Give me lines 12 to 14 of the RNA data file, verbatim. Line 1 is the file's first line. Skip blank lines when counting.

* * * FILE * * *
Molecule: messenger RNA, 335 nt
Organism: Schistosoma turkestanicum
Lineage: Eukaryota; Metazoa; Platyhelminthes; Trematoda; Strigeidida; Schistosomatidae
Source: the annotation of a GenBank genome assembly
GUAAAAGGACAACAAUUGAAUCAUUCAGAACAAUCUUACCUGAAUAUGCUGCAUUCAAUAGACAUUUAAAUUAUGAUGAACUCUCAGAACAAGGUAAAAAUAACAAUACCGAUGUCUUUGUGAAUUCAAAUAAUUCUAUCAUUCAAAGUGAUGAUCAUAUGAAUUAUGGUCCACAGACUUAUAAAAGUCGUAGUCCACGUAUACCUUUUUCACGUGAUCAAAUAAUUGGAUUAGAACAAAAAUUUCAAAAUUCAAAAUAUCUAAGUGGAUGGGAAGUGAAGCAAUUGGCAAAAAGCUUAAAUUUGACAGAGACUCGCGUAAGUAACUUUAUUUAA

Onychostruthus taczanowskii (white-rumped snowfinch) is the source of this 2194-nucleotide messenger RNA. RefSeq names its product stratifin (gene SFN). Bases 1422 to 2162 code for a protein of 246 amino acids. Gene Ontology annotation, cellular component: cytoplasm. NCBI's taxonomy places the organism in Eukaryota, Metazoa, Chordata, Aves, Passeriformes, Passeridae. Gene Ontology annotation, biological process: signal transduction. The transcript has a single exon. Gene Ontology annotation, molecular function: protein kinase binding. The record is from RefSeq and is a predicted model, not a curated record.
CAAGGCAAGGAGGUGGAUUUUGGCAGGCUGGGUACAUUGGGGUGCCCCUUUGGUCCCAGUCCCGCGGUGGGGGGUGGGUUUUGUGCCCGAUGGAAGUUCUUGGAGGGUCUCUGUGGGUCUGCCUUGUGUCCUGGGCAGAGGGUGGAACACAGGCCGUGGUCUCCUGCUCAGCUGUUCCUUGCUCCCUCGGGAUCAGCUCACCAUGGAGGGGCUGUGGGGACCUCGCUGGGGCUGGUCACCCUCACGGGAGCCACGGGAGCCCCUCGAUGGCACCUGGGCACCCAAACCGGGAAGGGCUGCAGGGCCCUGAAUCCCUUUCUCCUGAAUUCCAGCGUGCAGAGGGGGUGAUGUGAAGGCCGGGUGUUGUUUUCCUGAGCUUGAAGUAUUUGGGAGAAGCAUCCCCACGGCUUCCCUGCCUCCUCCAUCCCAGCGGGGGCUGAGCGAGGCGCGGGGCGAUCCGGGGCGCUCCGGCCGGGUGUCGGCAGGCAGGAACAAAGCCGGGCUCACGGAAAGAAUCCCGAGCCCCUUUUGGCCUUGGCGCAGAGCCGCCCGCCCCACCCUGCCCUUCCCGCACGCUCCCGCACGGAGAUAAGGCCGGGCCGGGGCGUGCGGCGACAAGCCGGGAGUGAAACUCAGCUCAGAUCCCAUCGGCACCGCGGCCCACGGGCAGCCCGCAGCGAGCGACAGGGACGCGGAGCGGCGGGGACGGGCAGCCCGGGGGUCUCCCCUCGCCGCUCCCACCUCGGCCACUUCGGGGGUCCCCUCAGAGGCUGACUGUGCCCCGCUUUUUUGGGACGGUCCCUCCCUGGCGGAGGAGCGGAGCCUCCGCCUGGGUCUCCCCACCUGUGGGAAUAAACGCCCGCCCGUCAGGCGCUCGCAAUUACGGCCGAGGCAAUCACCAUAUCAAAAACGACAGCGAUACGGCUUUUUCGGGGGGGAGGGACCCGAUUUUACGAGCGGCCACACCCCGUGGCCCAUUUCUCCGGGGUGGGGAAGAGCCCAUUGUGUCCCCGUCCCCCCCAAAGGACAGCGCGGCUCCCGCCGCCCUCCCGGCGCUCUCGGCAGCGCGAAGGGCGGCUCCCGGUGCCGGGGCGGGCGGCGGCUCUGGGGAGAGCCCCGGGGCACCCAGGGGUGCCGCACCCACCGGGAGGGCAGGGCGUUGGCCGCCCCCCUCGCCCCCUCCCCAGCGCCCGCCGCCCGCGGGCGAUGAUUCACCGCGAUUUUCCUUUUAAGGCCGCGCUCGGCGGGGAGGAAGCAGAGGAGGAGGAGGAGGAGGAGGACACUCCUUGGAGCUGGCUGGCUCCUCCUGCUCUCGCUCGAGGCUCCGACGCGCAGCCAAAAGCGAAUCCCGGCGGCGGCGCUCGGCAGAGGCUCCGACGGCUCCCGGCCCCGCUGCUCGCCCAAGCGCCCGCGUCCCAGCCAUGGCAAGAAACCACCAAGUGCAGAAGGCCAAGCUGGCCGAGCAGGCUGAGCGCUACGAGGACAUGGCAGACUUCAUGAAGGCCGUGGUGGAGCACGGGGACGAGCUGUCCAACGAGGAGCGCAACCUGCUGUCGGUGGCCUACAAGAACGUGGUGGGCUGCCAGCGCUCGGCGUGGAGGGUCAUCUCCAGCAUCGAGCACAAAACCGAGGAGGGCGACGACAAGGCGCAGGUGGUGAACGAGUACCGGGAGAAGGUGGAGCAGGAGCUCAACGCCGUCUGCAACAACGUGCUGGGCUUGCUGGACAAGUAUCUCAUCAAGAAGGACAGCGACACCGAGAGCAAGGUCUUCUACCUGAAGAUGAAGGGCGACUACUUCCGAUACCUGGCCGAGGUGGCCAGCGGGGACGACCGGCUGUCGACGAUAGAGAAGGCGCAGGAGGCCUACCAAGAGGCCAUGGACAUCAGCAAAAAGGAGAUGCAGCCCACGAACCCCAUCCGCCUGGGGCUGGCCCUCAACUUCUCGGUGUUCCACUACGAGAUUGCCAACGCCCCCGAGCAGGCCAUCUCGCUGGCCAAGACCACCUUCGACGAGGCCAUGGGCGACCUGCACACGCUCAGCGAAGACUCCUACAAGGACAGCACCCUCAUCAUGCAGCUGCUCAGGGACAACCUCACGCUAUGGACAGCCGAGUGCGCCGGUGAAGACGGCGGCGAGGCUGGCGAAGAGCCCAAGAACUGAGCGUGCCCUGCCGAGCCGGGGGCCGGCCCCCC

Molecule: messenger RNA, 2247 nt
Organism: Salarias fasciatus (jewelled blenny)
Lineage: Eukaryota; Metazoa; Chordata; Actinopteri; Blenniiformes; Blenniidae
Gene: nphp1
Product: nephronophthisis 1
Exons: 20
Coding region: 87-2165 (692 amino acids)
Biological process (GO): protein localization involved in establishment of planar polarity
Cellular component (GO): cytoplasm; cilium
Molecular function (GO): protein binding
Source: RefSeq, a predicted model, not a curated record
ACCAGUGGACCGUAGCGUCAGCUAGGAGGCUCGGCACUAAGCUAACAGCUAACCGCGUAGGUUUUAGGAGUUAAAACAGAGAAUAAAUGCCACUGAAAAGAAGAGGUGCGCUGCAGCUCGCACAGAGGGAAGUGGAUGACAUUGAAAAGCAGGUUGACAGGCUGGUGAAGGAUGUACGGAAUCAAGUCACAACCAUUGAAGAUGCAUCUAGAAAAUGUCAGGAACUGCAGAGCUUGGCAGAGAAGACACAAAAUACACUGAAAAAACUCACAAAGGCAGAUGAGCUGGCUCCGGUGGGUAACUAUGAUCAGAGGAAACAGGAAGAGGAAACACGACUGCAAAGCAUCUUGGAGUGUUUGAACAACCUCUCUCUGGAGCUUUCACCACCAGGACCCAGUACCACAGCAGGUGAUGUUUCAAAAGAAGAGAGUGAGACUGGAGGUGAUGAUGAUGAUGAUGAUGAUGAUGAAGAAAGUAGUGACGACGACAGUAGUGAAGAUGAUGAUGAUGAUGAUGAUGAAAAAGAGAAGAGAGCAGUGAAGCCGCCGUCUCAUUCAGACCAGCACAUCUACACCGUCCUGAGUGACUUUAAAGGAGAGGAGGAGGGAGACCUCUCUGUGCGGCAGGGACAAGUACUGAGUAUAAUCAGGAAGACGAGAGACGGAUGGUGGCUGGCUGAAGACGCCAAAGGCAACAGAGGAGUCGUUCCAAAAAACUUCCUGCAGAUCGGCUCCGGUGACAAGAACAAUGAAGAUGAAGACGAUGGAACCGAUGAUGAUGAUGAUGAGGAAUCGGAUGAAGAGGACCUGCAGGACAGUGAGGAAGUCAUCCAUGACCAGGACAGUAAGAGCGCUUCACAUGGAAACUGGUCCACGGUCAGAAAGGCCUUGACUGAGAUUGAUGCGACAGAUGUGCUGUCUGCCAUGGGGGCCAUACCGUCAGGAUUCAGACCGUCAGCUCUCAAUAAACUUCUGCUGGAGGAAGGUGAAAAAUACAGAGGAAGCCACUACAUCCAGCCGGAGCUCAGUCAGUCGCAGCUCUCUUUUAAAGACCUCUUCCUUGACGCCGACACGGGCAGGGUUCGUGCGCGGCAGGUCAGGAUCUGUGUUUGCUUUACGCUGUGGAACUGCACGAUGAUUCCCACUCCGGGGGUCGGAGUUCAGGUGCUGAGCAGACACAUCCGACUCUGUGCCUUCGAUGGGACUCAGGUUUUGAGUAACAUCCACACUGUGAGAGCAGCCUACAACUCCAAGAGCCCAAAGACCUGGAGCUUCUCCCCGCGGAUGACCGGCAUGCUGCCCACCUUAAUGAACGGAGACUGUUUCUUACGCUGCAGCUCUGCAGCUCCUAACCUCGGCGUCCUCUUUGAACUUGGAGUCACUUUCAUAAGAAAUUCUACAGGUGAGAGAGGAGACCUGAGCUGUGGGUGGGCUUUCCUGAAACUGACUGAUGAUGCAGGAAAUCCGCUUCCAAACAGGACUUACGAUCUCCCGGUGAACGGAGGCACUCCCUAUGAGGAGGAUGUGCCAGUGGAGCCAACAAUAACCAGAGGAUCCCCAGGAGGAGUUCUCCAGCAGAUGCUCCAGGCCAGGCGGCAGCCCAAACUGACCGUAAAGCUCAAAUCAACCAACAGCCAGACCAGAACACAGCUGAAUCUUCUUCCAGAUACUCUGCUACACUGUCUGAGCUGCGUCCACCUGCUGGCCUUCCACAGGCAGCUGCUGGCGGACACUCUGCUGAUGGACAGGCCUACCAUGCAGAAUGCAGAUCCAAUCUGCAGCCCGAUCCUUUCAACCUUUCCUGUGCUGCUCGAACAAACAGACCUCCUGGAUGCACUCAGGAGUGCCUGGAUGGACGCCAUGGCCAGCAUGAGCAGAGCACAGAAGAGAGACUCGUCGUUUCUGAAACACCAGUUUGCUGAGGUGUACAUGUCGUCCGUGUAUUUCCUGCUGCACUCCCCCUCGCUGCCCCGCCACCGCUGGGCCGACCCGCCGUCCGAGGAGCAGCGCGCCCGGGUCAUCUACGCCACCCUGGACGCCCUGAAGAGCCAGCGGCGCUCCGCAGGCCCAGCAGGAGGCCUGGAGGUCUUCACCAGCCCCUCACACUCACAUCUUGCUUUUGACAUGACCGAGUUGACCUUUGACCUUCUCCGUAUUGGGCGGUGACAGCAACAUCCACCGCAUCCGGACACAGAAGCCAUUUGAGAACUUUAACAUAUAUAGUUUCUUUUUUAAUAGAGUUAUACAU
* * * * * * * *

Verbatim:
Product: nephronophthisis 1
Exons: 20
Coding region: 87-2165 (692 amino acids)